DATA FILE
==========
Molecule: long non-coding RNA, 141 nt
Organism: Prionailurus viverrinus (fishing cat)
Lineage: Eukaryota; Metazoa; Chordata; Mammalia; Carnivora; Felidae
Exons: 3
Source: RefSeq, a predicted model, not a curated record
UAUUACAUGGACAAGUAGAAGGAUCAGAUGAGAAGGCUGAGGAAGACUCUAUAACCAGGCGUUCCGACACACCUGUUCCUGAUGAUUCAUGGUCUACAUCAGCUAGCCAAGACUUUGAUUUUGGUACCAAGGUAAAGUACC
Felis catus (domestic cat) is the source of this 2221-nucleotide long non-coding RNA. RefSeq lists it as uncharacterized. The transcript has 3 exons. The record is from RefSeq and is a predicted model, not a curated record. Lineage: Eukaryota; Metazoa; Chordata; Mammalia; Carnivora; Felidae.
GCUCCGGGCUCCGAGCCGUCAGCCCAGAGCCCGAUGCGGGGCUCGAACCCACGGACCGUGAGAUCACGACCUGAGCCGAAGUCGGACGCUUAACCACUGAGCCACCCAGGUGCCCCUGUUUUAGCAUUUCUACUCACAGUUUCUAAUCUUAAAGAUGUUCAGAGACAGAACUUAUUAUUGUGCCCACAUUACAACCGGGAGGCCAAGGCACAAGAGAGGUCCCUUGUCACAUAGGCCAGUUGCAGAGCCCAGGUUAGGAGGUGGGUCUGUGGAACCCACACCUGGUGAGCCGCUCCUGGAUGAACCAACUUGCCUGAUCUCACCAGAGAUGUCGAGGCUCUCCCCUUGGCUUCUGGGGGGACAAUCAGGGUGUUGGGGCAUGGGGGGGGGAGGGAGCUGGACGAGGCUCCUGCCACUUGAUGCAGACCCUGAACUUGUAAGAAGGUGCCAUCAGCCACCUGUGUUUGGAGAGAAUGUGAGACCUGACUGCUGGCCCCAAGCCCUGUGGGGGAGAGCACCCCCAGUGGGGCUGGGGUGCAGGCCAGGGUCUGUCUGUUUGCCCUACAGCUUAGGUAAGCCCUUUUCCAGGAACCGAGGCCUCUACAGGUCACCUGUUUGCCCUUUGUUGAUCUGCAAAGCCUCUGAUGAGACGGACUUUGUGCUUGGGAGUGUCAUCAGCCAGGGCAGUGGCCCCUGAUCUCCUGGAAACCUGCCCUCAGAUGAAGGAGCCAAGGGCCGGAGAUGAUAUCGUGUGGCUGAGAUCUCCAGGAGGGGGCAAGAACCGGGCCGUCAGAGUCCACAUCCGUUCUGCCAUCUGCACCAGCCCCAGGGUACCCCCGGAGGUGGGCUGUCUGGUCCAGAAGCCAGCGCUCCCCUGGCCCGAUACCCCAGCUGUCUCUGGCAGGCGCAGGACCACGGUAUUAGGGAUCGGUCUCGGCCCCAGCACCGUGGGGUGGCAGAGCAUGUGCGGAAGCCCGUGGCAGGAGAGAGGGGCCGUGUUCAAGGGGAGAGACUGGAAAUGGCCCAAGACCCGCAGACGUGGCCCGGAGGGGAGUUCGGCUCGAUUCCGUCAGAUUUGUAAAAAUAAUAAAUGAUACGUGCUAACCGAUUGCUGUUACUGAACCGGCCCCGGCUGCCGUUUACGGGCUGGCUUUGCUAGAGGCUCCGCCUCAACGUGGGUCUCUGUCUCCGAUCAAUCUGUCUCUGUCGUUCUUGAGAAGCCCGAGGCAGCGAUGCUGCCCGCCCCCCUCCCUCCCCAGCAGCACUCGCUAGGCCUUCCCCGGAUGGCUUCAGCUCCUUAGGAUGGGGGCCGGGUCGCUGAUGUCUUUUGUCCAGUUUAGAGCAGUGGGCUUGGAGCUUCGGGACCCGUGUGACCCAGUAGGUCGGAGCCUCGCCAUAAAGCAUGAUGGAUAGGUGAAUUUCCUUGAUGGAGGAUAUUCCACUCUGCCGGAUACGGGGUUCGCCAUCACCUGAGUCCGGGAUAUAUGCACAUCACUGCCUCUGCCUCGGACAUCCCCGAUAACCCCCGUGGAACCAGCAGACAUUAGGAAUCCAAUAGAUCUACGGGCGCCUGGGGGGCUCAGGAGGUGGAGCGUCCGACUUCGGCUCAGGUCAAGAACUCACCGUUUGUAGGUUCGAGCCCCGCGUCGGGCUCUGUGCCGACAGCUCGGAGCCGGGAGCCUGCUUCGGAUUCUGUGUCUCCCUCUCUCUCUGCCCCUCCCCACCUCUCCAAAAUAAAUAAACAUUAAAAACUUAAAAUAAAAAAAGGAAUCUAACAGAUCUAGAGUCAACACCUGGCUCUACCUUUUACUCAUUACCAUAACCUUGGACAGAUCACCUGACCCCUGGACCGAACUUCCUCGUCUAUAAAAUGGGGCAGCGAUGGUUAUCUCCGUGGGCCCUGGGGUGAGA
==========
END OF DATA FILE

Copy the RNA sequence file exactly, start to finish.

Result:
Molecule: long non-coding RNA, 141 nt
Organism: Prionailurus viverrinus (fishing cat)
Lineage: Eukaryota; Metazoa; Chordata; Mammalia; Carnivora; Felidae
Exons: 3
Source: RefSeq, a predicted model, not a curated record
UAUUACAUGGACAAGUAGAAGGAUCAGAUGAGAAGGCUGAGGAAGACUCUAUAACCAGGCGUUCCGACACACCUGUUCCUGAUGAUUCAUGGUCUACAUCAGCUAGCCAAGACUUUGAUUUUGGUACCAAGGUAAAGUACC
Felis catus (domestic cat) is the source of this 2221-nucleotide long non-coding RNA. RefSeq lists it as uncharacterized. The transcript has 3 exons. The record is from RefSeq and is a predicted model, not a curated record. Lineage: Eukaryota; Metazoa; Chordata; Mammalia; Carnivora; Felidae.
GCUCCGGGCUCCGAGCCGUCAGCCCAGAGCCCGAUGCGGGGCUCGAACCCACGGACCGUGAGAUCACGACCUGAGCCGAAGUCGGACGCUUAACCACUGAGCCACCCAGGUGCCCCUGUUUUAGCAUUUCUACUCACAGUUUCUAAUCUUAAAGAUGUUCAGAGACAGAACUUAUUAUUGUGCCCACAUUACAACCGGGAGGCCAAGGCACAAGAGAGGUCCCUUGUCACAUAGGCCAGUUGCAGAGCCCAGGUUAGGAGGUGGGUCUGUGGAACCCACACCUGGUGAGCCGCUCCUGGAUGAACCAACUUGCCUGAUCUCACCAGAGAUGUCGAGGCUCUCCCCUUGGCUUCUGGGGGGACAAUCAGGGUGUUGGGGCAUGGGGGGGGGAGGGAGCUGGACGAGGCUCCUGCCACUUGAUGCAGACCCUGAACUUGUAAGAAGGUGCCAUCAGCCACCUGUGUUUGGAGAGAAUGUGAGACCUGACUGCUGGCCCCAAGCCCUGUGGGGGAGAGCACCCCCAGUGGGGCUGGGGUGCAGGCCAGGGUCUGUCUGUUUGCCCUACAGCUUAGGUAAGCCCUUUUCCAGGAACCGAGGCCUCUACAGGUCACCUGUUUGCCCUUUGUUGAUCUGCAAAGCCUCUGAUGAGACGGACUUUGUGCUUGGGAGUGUCAUCAGCCAGGGCAGUGGCCCCUGAUCUCCUGGAAACCUGCCCUCAGAUGAAGGAGCCAAGGGCCGGAGAUGAUAUCGUGUGGCUGAGAUCUCCAGGAGGGGGCAAGAACCGGGCCGUCAGAGUCCACAUCCGUUCUGCCAUCUGCACCAGCCCCAGGGUACCCCCGGAGGUGGGCUGUCUGGUCCAGAAGCCAGCGCUCCCCUGGCCCGAUACCCCAGCUGUCUCUGGCAGGCGCAGGACCACGGUAUUAGGGAUCGGUCUCGGCCCCAGCACCGUGGGGUGGCAGAGCAUGUGCGGAAGCCCGUGGCAGGAGAGAGGGGCCGUGUUCAAGGGGAGAGACUGGAAAUGGCCCAAGACCCGCAGACGUGGCCCGGAGGGGAGUUCGGCUCGAUUCCGUCAGAUUUGUAAAAAUAAUAAAUGAUACGUGCUAACCGAUUGCUGUUACUGAACCGGCCCCGGCUGCCGUUUACGGGCUGGCUUUGCUAGAGGCUCCGCCUCAACGUGGGUCUCUGUCUCCGAUCAAUCUGUCUCUGUCGUUCUUGAGAAGCCCGAGGCAGCGAUGCUGCCCGCCCCCCUCCCUCCCCAGCAGCACUCGCUAGGCCUUCCCCGGAUGGCUUCAGCUCCUUAGGAUGGGGGCCGGGUCGCUGAUGUCUUUUGUCCAGUUUAGAGCAGUGGGCUUGGAGCUUCGGGACCCGUGUGACCCAGUAGGUCGGAGCCUCGCCAUAAAGCAUGAUGGAUAGGUGAAUUUCCUUGAUGGAGGAUAUUCCACUCUGCCGGAUACGGGGUUCGCCAUCACCUGAGUCCGGGAUAUAUGCACAUCACUGCCUCUGCCUCGGACAUCCCCGAUAACCCCCGUGGAACCAGCAGACAUUAGGAAUCCAAUAGAUCUACGGGCGCCUGGGGGGCUCAGGAGGUGGAGCGUCCGACUUCGGCUCAGGUCAAGAACUCACCGUUUGUAGGUUCGAGCCCCGCGUCGGGCUCUGUGCCGACAGCUCGGAGCCGGGAGCCUGCUUCGGAUUCUGUGUCUCCCUCUCUCUCUGCCCCUCCCCACCUCUCCAAAAUAAAUAAACAUUAAAAACUUAAAAUAAAAAAAGGAAUCUAACAGAUCUAGAGUCAACACCUGGCUCUACCUUUUACUCAUUACCAUAACCUUGGACAGAUCACCUGACCCCUGGACCGAACUUCCUCGUCUAUAAAAUGGGGCAGCGAUGGUUAUCUCCGUGGGCCCUGGGGUGAGA